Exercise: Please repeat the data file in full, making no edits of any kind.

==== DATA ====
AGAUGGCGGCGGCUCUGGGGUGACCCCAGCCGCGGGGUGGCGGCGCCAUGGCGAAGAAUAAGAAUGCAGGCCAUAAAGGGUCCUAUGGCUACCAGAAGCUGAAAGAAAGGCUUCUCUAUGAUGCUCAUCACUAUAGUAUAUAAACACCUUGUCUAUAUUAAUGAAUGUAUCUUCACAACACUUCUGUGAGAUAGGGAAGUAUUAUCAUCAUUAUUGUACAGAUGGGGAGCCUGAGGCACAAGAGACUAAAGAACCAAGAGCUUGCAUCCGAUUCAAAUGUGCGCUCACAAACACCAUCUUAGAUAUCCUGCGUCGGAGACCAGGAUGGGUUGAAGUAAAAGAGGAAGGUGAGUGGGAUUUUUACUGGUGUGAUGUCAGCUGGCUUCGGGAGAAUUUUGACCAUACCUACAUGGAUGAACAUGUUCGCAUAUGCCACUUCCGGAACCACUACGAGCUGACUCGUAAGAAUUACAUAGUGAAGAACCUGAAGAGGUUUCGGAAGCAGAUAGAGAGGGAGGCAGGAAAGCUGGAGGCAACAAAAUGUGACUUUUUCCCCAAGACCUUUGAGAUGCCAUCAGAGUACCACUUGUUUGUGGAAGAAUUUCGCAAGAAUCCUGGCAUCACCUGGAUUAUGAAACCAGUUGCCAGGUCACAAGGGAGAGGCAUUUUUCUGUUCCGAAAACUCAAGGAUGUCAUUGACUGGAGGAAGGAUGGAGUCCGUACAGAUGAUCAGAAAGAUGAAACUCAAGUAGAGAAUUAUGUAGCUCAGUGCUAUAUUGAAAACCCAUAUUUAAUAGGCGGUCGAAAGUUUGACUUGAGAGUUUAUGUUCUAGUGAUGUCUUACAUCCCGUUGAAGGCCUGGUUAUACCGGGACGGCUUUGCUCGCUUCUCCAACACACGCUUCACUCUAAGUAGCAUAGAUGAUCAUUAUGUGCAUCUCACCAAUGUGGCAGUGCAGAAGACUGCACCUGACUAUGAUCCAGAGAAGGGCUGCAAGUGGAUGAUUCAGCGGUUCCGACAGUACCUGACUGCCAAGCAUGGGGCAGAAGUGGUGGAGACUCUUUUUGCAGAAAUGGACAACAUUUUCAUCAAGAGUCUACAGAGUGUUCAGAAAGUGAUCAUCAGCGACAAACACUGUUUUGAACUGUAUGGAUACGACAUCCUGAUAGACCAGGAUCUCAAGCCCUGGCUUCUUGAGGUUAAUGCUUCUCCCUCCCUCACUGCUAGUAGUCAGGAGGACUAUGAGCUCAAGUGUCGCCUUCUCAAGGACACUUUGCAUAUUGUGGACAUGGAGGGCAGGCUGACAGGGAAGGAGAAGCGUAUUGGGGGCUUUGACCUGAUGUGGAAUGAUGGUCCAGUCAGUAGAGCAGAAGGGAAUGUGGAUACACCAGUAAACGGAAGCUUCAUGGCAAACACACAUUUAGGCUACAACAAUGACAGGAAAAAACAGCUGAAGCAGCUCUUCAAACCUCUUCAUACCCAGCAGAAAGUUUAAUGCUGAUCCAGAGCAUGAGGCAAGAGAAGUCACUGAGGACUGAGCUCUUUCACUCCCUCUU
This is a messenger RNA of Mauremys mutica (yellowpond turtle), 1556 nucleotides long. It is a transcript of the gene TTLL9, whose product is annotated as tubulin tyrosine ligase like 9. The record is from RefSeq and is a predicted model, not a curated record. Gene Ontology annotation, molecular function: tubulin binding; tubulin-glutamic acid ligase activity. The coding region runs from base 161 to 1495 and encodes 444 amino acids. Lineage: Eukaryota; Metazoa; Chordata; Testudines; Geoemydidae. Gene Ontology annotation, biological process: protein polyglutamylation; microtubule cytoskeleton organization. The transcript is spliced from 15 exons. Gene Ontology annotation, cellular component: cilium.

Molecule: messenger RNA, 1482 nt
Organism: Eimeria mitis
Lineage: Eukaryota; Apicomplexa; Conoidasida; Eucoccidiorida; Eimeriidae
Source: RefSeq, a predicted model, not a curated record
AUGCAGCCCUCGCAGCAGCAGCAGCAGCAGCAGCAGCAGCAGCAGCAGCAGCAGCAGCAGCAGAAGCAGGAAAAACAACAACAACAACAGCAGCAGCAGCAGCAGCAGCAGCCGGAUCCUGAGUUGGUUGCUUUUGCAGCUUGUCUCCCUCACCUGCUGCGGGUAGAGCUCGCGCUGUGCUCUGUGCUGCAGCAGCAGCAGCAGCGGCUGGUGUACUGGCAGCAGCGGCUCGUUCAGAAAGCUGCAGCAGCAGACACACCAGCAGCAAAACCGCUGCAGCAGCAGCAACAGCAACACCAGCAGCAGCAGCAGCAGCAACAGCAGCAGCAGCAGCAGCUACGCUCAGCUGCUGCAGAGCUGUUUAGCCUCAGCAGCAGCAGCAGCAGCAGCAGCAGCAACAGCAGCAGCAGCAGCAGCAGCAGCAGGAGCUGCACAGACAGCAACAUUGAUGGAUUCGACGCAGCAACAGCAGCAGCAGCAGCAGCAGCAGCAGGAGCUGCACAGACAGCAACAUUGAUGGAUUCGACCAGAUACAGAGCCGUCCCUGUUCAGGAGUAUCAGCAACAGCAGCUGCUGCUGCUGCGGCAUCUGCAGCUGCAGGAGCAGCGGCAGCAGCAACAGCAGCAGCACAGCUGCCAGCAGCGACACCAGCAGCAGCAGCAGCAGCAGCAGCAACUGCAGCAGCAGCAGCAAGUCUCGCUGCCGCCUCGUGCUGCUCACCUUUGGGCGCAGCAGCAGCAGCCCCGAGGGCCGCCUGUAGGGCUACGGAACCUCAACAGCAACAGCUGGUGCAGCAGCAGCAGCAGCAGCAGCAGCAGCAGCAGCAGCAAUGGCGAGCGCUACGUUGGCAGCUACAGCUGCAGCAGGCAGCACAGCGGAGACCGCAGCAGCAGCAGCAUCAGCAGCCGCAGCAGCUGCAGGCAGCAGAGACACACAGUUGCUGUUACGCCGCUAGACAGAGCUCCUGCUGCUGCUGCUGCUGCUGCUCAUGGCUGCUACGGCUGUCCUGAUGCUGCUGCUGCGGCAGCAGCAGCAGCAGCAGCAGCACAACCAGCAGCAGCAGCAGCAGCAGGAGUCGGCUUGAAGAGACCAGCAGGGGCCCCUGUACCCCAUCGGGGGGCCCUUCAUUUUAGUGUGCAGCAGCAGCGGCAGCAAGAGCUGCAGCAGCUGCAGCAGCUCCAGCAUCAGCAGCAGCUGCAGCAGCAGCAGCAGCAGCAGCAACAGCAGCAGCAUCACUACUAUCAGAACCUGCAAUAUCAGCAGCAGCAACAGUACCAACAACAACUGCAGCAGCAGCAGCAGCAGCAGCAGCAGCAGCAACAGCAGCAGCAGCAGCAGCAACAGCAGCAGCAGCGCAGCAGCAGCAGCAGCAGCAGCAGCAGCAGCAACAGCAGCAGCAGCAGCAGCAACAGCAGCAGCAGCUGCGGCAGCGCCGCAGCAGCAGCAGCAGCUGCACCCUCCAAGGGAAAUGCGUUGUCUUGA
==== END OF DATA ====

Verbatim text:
AGAUGGCGGCGGCUCUGGGGUGACCCCAGCCGCGGGGUGGCGGCGCCAUGGCGAAGAAUAAGAAUGCAGGCCAUAAAGGGUCCUAUGGCUACCAGAAGCUGAAAGAAAGGCUUCUCUAUGAUGCUCAUCACUAUAGUAUAUAAACACCUUGUCUAUAUUAAUGAAUGUAUCUUCACAACACUUCUGUGAGAUAGGGAAGUAUUAUCAUCAUUAUUGUACAGAUGGGGAGCCUGAGGCACAAGAGACUAAAGAACCAAGAGCUUGCAUCCGAUUCAAAUGUGCGCUCACAAACACCAUCUUAGAUAUCCUGCGUCGGAGACCAGGAUGGGUUGAAGUAAAAGAGGAAGGUGAGUGGGAUUUUUACUGGUGUGAUGUCAGCUGGCUUCGGGAGAAUUUUGACCAUACCUACAUGGAUGAACAUGUUCGCAUAUGCCACUUCCGGAACCACUACGAGCUGACUCGUAAGAAUUACAUAGUGAAGAACCUGAAGAGGUUUCGGAAGCAGAUAGAGAGGGAGGCAGGAAAGCUGGAGGCAACAAAAUGUGACUUUUUCCCCAAGACCUUUGAGAUGCCAUCAGAGUACCACUUGUUUGUGGAAGAAUUUCGCAAGAAUCCUGGCAUCACCUGGAUUAUGAAACCAGUUGCCAGGUCACAAGGGAGAGGCAUUUUUCUGUUCCGAAAACUCAAGGAUGUCAUUGACUGGAGGAAGGAUGGAGUCCGUACAGAUGAUCAGAAAGAUGAAACUCAAGUAGAGAAUUAUGUAGCUCAGUGCUAUAUUGAAAACCCAUAUUUAAUAGGCGGUCGAAAGUUUGACUUGAGAGUUUAUGUUCUAGUGAUGUCUUACAUCCCGUUGAAGGCCUGGUUAUACCGGGACGGCUUUGCUCGCUUCUCCAACACACGCUUCACUCUAAGUAGCAUAGAUGAUCAUUAUGUGCAUCUCACCAAUGUGGCAGUGCAGAAGACUGCACCUGACUAUGAUCCAGAGAAGGGCUGCAAGUGGAUGAUUCAGCGGUUCCGACAGUACCUGACUGCCAAGCAUGGGGCAGAAGUGGUGGAGACUCUUUUUGCAGAAAUGGACAACAUUUUCAUCAAGAGUCUACAGAGUGUUCAGAAAGUGAUCAUCAGCGACAAACACUGUUUUGAACUGUAUGGAUACGACAUCCUGAUAGACCAGGAUCUCAAGCCCUGGCUUCUUGAGGUUAAUGCUUCUCCCUCCCUCACUGCUAGUAGUCAGGAGGACUAUGAGCUCAAGUGUCGCCUUCUCAAGGACACUUUGCAUAUUGUGGACAUGGAGGGCAGGCUGACAGGGAAGGAGAAGCGUAUUGGGGGCUUUGACCUGAUGUGGAAUGAUGGUCCAGUCAGUAGAGCAGAAGGGAAUGUGGAUACACCAGUAAACGGAAGCUUCAUGGCAAACACACAUUUAGGCUACAACAAUGACAGGAAAAAACAGCUGAAGCAGCUCUUCAAACCUCUUCAUACCCAGCAGAAAGUUUAAUGCUGAUCCAGAGCAUGAGGCAAGAGAAGUCACUGAGGACUGAGCUCUUUCACUCCCUCUU
This is a messenger RNA of Mauremys mutica (yellowpond turtle), 1556 nucleotides long. It is a transcript of the gene TTLL9, whose product is annotated as tubulin tyrosine ligase like 9. The record is from RefSeq and is a predicted model, not a curated record. Gene Ontology annotation, molecular function: tubulin binding; tubulin-glutamic acid ligase activity. The coding region runs from base 161 to 1495 and encodes 444 amino acids. Lineage: Eukaryota; Metazoa; Chordata; Testudines; Geoemydidae. Gene Ontology annotation, biological process: protein polyglutamylation; microtubule cytoskeleton organization. The transcript is spliced from 15 exons. Gene Ontology annotation, cellular component: cilium.

Molecule: messenger RNA, 1482 nt
Organism: Eimeria mitis
Lineage: Eukaryota; Apicomplexa; Conoidasida; Eucoccidiorida; Eimeriidae
Source: RefSeq, a predicted model, not a curated record
AUGCAGCCCUCGCAGCAGCAGCAGCAGCAGCAGCAGCAGCAGCAGCAGCAGCAGCAGCAGCAGAAGCAGGAAAAACAACAACAACAACAGCAGCAGCAGCAGCAGCAGCAGCCGGAUCCUGAGUUGGUUGCUUUUGCAGCUUGUCUCCCUCACCUGCUGCGGGUAGAGCUCGCGCUGUGCUCUGUGCUGCAGCAGCAGCAGCAGCGGCUGGUGUACUGGCAGCAGCGGCUCGUUCAGAAAGCUGCAGCAGCAGACACACCAGCAGCAAAACCGCUGCAGCAGCAGCAACAGCAACACCAGCAGCAGCAGCAGCAGCAACAGCAGCAGCAGCAGCAGCUACGCUCAGCUGCUGCAGAGCUGUUUAGCCUCAGCAGCAGCAGCAGCAGCAGCAGCAGCAACAGCAGCAGCAGCAGCAGCAGCAGCAGGAGCUGCACAGACAGCAACAUUGAUGGAUUCGACGCAGCAACAGCAGCAGCAGCAGCAGCAGCAGCAGGAGCUGCACAGACAGCAACAUUGAUGGAUUCGACCAGAUACAGAGCCGUCCCUGUUCAGGAGUAUCAGCAACAGCAGCUGCUGCUGCUGCGGCAUCUGCAGCUGCAGGAGCAGCGGCAGCAGCAACAGCAGCAGCACAGCUGCCAGCAGCGACACCAGCAGCAGCAGCAGCAGCAGCAGCAACUGCAGCAGCAGCAGCAAGUCUCGCUGCCGCCUCGUGCUGCUCACCUUUGGGCGCAGCAGCAGCAGCCCCGAGGGCCGCCUGUAGGGCUACGGAACCUCAACAGCAACAGCUGGUGCAGCAGCAGCAGCAGCAGCAGCAGCAGCAGCAGCAGCAAUGGCGAGCGCUACGUUGGCAGCUACAGCUGCAGCAGGCAGCACAGCGGAGACCGCAGCAGCAGCAGCAUCAGCAGCCGCAGCAGCUGCAGGCAGCAGAGACACACAGUUGCUGUUACGCCGCUAGACAGAGCUCCUGCUGCUGCUGCUGCUGCUGCUCAUGGCUGCUACGGCUGUCCUGAUGCUGCUGCUGCGGCAGCAGCAGCAGCAGCAGCAGCACAACCAGCAGCAGCAGCAGCAGCAGGAGUCGGCUUGAAGAGACCAGCAGGGGCCCCUGUACCCCAUCGGGGGGCCCUUCAUUUUAGUGUGCAGCAGCAGCGGCAGCAAGAGCUGCAGCAGCUGCAGCAGCUCCAGCAUCAGCAGCAGCUGCAGCAGCAGCAGCAGCAGCAGCAACAGCAGCAGCAUCACUACUAUCAGAACCUGCAAUAUCAGCAGCAGCAACAGUACCAACAACAACUGCAGCAGCAGCAGCAGCAGCAGCAGCAGCAGCAACAGCAGCAGCAGCAGCAGCAACAGCAGCAGCAGCGCAGCAGCAGCAGCAGCAGCAGCAGCAGCAGCAACAGCAGCAGCAGCAGCAGCAACAGCAGCAGCAGCUGCGGCAGCGCCGCAGCAGCAGCAGCAGCUGCACCCUCCAAGGGAAAUGCGUUGUCUUGA